This video presents the basic definition of potential and discusses if potential is “born” or “made”. Although there are some innate characteristics that may make someone more likely to become a high potential, it is possible to develop the skills and qualities that make someone considered high potential. This video outlines the five qualities that distinguish high potentials including motivation, ambition, determination, adaptability, and curiosity.
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- Three things set high potentials apart from the rest. Sure, they deliver great results, but they also have three characteristics that predict their success. Ambition, ability, and commitment. It's these qualities that will help them quickly rise to more senior roles in your organization, surpassing their peers. So, let's go a little deeper and take a look at these three characteristics in detail. First, what's most apparent is strong ambition.
You've seen these individuals in your organization: those who want to leave their mark on the business. They take pride in doing something that's never been done before. Think about that challenging project that everyone else thought was impossible. Did someone raise their hand and step up to take it on? Might be a high potential, because they want challenging opportunities they can learn from to help them move up quickly in the organization. The second characteristic is ability.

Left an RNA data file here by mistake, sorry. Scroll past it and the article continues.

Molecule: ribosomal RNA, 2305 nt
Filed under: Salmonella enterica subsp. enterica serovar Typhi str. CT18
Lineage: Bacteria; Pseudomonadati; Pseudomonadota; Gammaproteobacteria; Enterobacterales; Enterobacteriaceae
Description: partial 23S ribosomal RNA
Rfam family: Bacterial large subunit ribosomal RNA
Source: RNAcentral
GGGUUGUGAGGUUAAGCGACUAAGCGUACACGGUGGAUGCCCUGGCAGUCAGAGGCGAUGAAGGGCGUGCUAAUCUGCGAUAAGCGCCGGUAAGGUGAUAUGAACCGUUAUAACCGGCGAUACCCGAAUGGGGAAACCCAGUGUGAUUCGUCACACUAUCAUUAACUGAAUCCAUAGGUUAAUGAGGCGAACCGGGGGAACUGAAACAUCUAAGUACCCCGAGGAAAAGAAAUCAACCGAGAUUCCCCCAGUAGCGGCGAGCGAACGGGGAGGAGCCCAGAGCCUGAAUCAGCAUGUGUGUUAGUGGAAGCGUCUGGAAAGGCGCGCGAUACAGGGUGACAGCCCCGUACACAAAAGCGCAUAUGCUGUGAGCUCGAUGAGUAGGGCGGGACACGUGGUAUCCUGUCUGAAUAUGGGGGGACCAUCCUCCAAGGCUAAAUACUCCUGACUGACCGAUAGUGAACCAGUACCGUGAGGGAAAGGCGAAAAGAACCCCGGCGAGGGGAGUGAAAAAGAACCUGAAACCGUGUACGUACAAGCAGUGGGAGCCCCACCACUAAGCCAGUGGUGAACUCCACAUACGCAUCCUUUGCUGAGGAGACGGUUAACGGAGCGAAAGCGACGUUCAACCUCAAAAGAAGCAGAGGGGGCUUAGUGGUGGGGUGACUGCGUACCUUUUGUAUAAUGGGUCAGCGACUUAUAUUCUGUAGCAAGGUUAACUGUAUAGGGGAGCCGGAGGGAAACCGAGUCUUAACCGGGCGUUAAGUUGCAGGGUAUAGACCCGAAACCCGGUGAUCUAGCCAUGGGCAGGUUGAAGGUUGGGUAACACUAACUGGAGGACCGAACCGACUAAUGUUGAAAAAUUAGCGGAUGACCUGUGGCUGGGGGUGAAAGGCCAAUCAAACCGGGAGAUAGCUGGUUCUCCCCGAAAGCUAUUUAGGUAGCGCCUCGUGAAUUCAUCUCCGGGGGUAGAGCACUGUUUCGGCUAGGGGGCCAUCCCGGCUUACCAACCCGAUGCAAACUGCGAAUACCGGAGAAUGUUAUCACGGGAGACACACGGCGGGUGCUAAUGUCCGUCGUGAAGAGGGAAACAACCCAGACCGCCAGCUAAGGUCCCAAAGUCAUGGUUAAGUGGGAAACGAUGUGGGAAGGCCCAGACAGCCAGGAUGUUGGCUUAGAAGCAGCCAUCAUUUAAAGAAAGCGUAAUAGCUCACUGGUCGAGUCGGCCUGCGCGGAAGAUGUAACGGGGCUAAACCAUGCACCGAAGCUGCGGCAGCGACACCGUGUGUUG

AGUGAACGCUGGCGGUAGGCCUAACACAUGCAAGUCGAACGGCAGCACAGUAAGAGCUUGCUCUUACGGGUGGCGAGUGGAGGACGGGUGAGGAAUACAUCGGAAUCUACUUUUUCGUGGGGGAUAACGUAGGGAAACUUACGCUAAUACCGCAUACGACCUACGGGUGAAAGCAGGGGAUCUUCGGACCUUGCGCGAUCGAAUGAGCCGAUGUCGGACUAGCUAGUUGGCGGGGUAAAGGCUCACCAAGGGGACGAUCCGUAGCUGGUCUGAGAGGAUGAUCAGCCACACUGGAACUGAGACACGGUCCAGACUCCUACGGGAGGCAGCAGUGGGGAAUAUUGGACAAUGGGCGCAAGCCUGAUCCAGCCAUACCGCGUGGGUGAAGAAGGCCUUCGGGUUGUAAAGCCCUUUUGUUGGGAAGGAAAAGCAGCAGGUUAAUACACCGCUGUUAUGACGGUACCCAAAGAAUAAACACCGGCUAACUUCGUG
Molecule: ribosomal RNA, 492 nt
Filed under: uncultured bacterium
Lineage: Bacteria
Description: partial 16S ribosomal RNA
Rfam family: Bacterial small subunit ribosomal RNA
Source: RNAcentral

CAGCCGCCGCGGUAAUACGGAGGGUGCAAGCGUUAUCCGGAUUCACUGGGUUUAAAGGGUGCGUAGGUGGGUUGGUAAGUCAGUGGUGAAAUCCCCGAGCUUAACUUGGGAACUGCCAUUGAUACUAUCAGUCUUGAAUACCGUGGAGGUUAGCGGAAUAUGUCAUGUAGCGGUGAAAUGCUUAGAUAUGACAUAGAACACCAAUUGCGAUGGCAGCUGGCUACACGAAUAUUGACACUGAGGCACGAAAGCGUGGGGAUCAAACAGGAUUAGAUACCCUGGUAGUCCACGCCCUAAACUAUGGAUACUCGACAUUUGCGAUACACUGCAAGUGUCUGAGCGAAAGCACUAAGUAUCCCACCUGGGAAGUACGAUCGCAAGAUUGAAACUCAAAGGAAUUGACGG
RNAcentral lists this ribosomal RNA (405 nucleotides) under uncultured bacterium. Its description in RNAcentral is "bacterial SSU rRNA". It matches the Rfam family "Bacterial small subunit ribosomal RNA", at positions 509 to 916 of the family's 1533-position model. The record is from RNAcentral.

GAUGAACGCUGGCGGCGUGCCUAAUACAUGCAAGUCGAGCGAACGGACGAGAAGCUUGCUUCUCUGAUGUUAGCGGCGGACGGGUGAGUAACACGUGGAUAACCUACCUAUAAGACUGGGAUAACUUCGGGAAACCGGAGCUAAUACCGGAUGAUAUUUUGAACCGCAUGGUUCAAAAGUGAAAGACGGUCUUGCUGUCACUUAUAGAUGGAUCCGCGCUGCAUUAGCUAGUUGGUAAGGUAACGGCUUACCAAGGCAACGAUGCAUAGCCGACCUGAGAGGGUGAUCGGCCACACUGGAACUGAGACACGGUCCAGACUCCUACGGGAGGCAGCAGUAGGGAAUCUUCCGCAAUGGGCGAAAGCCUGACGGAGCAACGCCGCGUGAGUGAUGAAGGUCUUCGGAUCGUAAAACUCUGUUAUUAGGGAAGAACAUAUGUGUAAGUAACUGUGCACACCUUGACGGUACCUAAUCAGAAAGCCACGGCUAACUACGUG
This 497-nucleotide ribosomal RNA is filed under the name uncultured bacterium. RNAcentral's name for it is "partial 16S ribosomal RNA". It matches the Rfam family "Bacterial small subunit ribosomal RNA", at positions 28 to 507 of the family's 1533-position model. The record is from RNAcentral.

High potentials have the ability to exceed their goals and deliver extraordinary results. But, it's not just about high performance. High potentials have the ability to learn fast and adapt to new situations quickly. They have the unique ability to learn faster than others by stepping outside their comfort zone. Many of us are uncomfortable with that. High potentials aren't. They handle ambiguity well, are curious, and don't shy away from change.
Third is commitment. Not surprised? You know the employees who are truly committed. They're proud to work at your company and are passionate about your products and services. What's different about high potentials is their intense commitment to your strategic direction. They want to learn about your business and have an impact on your direction. When high potentials see that you're including them in the direction of the company, preparing them to take on senior roles, and constantly challenging them, they're much more likely to remain committed to your organization.
But remember, don't just look to your high performers. Plan for the future, and look for ambition, ability, and commitment to help you target high potentials. Knowing what makes them unique will help you hire, motivate, and retain them in your organization. Ultimately, high potentials will become your future leaders and drive your business performance.